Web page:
Okay, okay, please don't be mad at me. I know I haven't updated in a long time. I'm sorry.
Anyway, this is what's going on in the orphanage!
Do you remember my exciting update about the bigshots from the bigshot hotel chain saying that they were going to donate formula to us? That was in February, and I heard from them last week. They said, "We're going to come out to the farm on Saturday and bring the formula we ordered in for you and some food for the kids." Great! The last time they made a visit to the farm, I was beautiful from spending the morning cleaning the house in Jake's sleeveless work shirt. They showed up with well-dressed South Africans and white people with video cameras. Needeless to say, I was pretty well mortified. This time, I was prepared!
They said that they would be there by 10 o'clock on Saturday morning. So, I got up early, showered, dressed up, and even put on some mascara for the occasion. My clothes matched, my hair was brushed, it was a day to be remembered. I seem to also recall thinking, "Maybe I should do the dishes." No, no. No time for that. I had to rush over to the orphanage to make sure the kids were clean and in their finest for their national debute. I pulled out new clothes and shoes and things and after all the kids had had bathes, they got to put on shining new outfits without mango stains, bleach stains, dirt stains, and stains from who knows what else. Even the babies got to dress up. Now, dressing up and keeping 53 kids clean is more of an obstacle than I'm willing to admit at this moment. And doing it with Mukansunda screaming my back because she's in an attachment stage was another thing all together. However, it was a joyful day! I didn't care about anything but the kids having a good time and getting that donated formula. I was singing the "I won't blow my budget this month" tune.
Once the kids were all dressed up, they were kept inside (for obvious reasons). The women swept off the new back porch. Jacob started up the grill (the manager who called suggested we have "braii" ready for cooking.) When they rolled in on their big tour bus, the kids were singing and I was calmly prepared to greet them.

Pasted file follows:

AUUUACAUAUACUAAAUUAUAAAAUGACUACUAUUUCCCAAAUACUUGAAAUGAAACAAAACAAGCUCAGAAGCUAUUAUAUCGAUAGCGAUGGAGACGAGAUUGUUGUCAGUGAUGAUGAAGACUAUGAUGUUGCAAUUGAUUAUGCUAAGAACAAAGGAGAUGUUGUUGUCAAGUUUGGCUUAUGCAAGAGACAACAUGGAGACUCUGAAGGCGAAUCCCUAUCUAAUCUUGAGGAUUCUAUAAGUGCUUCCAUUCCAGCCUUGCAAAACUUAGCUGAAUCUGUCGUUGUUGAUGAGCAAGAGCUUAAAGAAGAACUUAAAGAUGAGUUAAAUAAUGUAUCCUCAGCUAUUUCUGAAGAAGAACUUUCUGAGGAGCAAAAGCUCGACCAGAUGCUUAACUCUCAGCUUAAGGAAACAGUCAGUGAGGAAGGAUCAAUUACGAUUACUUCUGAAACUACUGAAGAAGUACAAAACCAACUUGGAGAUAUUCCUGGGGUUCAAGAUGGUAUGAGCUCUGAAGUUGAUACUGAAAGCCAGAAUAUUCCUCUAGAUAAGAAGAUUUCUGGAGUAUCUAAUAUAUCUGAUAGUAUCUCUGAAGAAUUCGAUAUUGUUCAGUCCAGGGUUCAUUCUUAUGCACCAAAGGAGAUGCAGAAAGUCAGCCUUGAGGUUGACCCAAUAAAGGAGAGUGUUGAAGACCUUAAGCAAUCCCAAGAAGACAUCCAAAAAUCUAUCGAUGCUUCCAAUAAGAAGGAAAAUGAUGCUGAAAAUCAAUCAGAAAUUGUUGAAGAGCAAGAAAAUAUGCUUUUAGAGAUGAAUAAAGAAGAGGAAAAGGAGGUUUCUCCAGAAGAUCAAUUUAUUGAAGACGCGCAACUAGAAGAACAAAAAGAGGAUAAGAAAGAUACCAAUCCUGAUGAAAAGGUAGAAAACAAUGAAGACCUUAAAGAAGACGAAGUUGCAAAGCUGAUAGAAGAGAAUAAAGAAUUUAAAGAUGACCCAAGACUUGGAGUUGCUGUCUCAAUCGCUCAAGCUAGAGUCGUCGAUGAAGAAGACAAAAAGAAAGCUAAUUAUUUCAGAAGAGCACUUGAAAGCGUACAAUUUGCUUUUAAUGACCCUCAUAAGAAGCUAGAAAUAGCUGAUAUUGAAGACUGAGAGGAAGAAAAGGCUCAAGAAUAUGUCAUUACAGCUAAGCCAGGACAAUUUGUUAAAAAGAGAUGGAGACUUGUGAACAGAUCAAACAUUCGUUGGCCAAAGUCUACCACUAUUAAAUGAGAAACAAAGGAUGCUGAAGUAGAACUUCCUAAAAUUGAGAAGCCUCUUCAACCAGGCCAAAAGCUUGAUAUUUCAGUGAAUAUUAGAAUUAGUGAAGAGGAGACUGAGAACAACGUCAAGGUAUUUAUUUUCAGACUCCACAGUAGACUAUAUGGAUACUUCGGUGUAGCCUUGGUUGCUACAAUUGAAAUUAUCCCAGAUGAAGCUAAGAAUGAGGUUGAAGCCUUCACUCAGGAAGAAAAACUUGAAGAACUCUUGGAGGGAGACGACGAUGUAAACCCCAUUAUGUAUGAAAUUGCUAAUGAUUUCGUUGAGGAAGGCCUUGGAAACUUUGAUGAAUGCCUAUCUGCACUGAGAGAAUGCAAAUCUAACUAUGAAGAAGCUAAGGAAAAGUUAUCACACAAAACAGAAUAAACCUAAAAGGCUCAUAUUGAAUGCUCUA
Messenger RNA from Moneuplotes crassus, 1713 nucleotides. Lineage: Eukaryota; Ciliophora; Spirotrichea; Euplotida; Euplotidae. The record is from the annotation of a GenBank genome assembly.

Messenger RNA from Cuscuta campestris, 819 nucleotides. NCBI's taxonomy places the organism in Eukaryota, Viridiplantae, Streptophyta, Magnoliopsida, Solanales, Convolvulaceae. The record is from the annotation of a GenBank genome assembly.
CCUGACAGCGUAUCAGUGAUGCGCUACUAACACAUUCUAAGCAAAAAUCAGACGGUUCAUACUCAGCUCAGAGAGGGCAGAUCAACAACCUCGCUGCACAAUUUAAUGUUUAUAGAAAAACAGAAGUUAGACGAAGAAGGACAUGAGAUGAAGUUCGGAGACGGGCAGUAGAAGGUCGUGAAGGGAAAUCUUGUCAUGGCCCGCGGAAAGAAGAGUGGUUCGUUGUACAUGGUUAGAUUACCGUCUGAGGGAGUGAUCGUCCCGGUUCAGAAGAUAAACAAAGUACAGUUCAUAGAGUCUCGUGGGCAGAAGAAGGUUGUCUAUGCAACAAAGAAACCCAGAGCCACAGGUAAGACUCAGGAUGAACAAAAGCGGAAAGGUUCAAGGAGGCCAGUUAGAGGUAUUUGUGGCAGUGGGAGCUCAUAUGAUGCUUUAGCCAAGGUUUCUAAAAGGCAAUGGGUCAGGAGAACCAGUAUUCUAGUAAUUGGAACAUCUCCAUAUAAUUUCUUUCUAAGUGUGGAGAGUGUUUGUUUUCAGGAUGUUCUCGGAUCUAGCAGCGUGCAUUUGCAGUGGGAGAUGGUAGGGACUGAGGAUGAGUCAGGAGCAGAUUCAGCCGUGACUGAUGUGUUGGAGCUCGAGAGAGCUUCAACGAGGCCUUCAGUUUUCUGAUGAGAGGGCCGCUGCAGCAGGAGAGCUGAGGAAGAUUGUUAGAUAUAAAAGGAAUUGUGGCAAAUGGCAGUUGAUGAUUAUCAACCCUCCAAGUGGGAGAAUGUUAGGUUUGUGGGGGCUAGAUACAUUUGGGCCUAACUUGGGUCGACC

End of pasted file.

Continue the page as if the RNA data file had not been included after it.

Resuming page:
The South African HEAD CHEF of the Royal Livingstone (the $600 a night hotel in town that sits practically ON TOP of Victoria Falls) came off of the bus and informed me that he had roasted chicken, fresh bread, fruit, and vegetables for the kid's lunch (along with 10 cases of formula). Great! "Let me just show you to the braii." He said, "Oh, it would be much better if we had a stove and an oven." Okayyyyyy. "Let me just show you to my hallway that is my kitchen. The dishes aren't done and I'm pretty sure the stove has crusty stuff on it. But, Mr. Very Rich and Famous Head Chef...you are welcome to it!" Before I knew it I had the head chef and 5 line chefs in my kitchen. They had to improvise and enlarge my stove with aluminum foil and duct tape. I tried to explain lack of counter space and the chef said, "We're not going to blow a circuit or anything are we?" No, I assure him, (lying through my teeth).
To make my unbearably long stories short: The kids had a great time. They all got to eat chicken legs and Italian bread to their little heart's content. They stayed clean for about 5 minutes, but I don't think the Head Chef noticed. A great time was had by all. Except for the manager that came out with the group. She said, "I don't like to come to this orphanage cause there are just so many kids and they are just so young, and it's just so sad." No, I assured her, it's not. It's sad that they would have died in the bush. It's not sad that they don't have a billion personal toys or 10 pairs of shoes. It's sad that you have ignored it for so long because it hurts your heart to come. (Okay, so I left out the last part, but I was thinking it.) I am grateful to the Sun International for their donations and to the Head Chef for ignoring my dirty dishes!
Have a great week!